7 June 2012—A new type of memory could give the emerging field of quantum computing a much-needed boost. Scientists at Harvard University say they’ve developed a solid-state, room-temperature quantum memory that can hold information longer than one second. The memory records a quantum property called spin on the nucleus of an atom inside a diamond. Earlier solid-state nuclear-spin-based memories would lose their data after only milliseconds unless cryogenically cooled. The research is being reported in this week’s issue of the journal Science.
For practical quantum computers—experimental machines that aim to solve problems beyond the reach of ordinary computers by exploiting some of the stranger rules of quantum mechanics—it is essential to have quantum memories that last long enough to process information and churn out answers. Physicists think that the needed time frame is about one second.
“Diamond turns out to be a particularly good material for [the] purpose,” says Peter Maurer, a graduate student in physics at Harvard who came up with the new memory along with his advisor, Mikhail Lukin, and other colleagues. “It is possible to fabricate diamond with very few impurities.”
The Harvard scientists exploited such an impurity, a defect in the diamond lattice known as a nitrogen vacancy, to create a quantum bit, or qubit. The qubit could interact with a nearby carbon-13 atom in the diamond lattice, which acted as the quantum memory.
The spin of an electron at the defect can be manipulated by pulses from a laser, making it a qubit. The spin at the center of the nitrogen vacancy was thus made to act as the control qubit, which was used to manipulate the spin of the nucleus of the nearby carbon-13 atom. Although the interaction between the spins was weak, it proved strong enough to create a quantum memory that stored information for a full second.
The general technique has been around for a while. “People have been using nitrogen-vacancy centers as quantum registers,” Maurer says. “However, the coherence times were always limited to a few milliseconds.” Coherence is the term physicists use to denote how long the quantum state remains pure and stable. Quantum states are notoriously finicky and soon “decohere,” or interact with their environments, losing whatever quantum information they carried. The challenge of building quantum memories is to maintain coherence long enough to make useful calculations.
Maurer says the key was finding a way to use the laser to keep the electron from decohering, allowing the researchers to extend the coherence time past one second.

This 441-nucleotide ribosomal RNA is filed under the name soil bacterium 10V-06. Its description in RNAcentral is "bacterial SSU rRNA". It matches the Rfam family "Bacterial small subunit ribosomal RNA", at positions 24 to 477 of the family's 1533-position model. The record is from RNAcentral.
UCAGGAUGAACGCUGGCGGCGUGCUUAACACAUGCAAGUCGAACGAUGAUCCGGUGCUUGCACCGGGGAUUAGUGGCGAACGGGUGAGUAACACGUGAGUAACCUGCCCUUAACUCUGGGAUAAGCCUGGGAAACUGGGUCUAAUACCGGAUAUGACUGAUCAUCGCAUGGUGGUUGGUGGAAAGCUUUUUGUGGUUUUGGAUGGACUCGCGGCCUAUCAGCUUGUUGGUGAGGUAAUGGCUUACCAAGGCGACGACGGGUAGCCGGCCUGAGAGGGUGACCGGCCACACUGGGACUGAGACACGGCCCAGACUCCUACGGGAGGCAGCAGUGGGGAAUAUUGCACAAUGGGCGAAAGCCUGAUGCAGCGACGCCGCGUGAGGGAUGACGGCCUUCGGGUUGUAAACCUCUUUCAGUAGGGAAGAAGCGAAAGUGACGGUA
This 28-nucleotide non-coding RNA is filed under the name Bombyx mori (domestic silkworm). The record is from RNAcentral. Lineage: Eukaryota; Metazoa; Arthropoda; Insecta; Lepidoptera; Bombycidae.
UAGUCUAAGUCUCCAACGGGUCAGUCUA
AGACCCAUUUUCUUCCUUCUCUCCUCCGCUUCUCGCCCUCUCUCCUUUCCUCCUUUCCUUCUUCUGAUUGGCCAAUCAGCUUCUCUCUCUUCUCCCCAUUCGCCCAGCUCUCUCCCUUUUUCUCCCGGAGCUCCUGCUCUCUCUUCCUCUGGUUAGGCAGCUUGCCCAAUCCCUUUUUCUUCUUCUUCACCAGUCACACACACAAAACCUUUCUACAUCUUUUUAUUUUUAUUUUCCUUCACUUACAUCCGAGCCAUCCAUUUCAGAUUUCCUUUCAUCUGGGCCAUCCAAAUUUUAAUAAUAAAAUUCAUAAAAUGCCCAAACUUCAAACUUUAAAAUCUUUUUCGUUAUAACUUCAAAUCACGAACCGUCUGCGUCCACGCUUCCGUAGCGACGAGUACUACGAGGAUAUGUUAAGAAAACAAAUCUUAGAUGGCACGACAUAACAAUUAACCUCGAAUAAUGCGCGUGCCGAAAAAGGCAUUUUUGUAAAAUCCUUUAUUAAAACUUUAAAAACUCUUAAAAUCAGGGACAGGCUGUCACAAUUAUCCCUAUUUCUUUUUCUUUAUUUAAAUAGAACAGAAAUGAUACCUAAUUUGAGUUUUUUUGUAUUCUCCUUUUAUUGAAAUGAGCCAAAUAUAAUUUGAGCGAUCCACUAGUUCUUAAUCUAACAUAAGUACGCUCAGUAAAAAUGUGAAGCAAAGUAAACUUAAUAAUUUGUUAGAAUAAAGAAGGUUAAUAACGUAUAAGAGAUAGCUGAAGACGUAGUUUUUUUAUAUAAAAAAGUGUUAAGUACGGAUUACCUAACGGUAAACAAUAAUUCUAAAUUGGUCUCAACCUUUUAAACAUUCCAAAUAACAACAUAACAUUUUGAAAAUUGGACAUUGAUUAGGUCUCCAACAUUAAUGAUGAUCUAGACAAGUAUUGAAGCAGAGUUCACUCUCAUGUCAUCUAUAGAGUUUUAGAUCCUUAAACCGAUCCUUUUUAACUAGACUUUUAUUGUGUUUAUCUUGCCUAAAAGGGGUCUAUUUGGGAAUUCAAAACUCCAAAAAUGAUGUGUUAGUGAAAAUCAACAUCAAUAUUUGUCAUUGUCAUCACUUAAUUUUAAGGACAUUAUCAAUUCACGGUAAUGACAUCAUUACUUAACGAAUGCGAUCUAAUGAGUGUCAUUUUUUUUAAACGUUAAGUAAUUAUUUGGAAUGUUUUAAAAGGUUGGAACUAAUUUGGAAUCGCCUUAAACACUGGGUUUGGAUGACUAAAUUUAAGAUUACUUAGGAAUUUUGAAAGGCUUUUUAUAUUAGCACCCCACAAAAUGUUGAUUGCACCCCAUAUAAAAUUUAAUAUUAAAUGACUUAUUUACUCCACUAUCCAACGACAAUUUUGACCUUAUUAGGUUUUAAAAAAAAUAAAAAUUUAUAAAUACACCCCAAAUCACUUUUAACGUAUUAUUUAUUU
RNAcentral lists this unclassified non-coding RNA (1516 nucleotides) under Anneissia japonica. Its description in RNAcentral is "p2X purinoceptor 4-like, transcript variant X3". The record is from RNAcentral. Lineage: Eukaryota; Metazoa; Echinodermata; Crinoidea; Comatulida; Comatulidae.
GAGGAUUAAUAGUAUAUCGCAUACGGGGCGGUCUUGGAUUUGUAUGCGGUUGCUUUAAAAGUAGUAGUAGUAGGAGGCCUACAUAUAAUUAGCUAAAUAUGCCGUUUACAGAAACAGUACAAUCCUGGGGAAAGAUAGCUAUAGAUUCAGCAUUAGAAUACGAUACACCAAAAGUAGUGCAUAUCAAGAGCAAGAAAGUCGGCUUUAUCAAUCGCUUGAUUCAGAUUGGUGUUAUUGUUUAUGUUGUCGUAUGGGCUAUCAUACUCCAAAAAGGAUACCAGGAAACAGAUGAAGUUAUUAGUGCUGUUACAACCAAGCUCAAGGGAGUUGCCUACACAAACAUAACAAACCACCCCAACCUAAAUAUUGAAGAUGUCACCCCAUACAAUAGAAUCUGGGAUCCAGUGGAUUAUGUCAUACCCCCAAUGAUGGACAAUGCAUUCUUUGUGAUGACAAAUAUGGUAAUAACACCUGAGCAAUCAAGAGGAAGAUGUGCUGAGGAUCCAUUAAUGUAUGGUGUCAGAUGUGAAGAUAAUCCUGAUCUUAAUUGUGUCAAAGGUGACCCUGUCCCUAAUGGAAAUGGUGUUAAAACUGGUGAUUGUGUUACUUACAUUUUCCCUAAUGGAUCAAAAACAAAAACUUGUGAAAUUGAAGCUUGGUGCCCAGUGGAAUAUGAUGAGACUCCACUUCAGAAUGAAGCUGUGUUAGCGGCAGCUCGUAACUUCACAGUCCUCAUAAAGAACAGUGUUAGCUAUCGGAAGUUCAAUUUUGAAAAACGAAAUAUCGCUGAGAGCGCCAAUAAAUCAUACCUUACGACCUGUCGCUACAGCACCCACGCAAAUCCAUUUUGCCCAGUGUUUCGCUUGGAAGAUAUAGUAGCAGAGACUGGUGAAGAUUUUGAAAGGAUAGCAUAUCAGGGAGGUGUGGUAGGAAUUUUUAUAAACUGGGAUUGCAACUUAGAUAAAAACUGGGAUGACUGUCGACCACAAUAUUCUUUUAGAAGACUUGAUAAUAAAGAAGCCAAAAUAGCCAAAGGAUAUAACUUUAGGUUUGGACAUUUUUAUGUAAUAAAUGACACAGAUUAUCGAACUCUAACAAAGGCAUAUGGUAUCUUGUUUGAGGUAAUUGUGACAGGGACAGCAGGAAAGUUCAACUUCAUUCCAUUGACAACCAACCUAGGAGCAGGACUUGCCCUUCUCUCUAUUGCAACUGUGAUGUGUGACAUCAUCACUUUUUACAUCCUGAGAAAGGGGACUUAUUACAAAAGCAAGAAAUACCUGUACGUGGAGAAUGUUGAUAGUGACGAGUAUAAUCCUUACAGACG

That time, says Maurer, is three orders of magnitude better than previously attained using this method. It is long enough to be useful for the quantum repeaters needed for an unhackable communication network, quantum computation schemes, and quantum money (money that in theory cannot be counterfeited).
Maurer says there is already interest in the team’s approach. “Our experimental techniques are being patented, and a U.K.-based company has expressed interest in licensing our idea,” he says.
Experts are impressed, particularly because these quantum memories do not require cooling. Most techniques require cryogenic temperatures, which could pose a barrier to their commercialization.
Physicist Dane McCamey of the University of Sydney, in Australia, who wrote an accompanying perspective in Science , calls it “an important achievement.”
“Technologically, it should allow them to implement error-correction schemes similar to those used in dynamic RAM, increasing the likelihood of successfully engineering large-scale quantum information-processing systems based in nitrogen-vacancy centers in diamond, which operate at room temperature,” McCamey says.
He adds that the new technique may well be able to store quantum information for hours, or even days, in a portable, room-temperature solid-state device.
“This work challenges widely held beliefs that quantum systems need to be cold to have useful lifetimes and provides a pathway toward the exploitation of coherent quantum mechanical systems in everyday life,” McCamey says.
About the Author
Saswato R. Das, a New York City–based writer, contributes frequently to IEEE Spectrum . In April, he reported on the creation of a two-node quantum network that could form the basis of a quantum internet.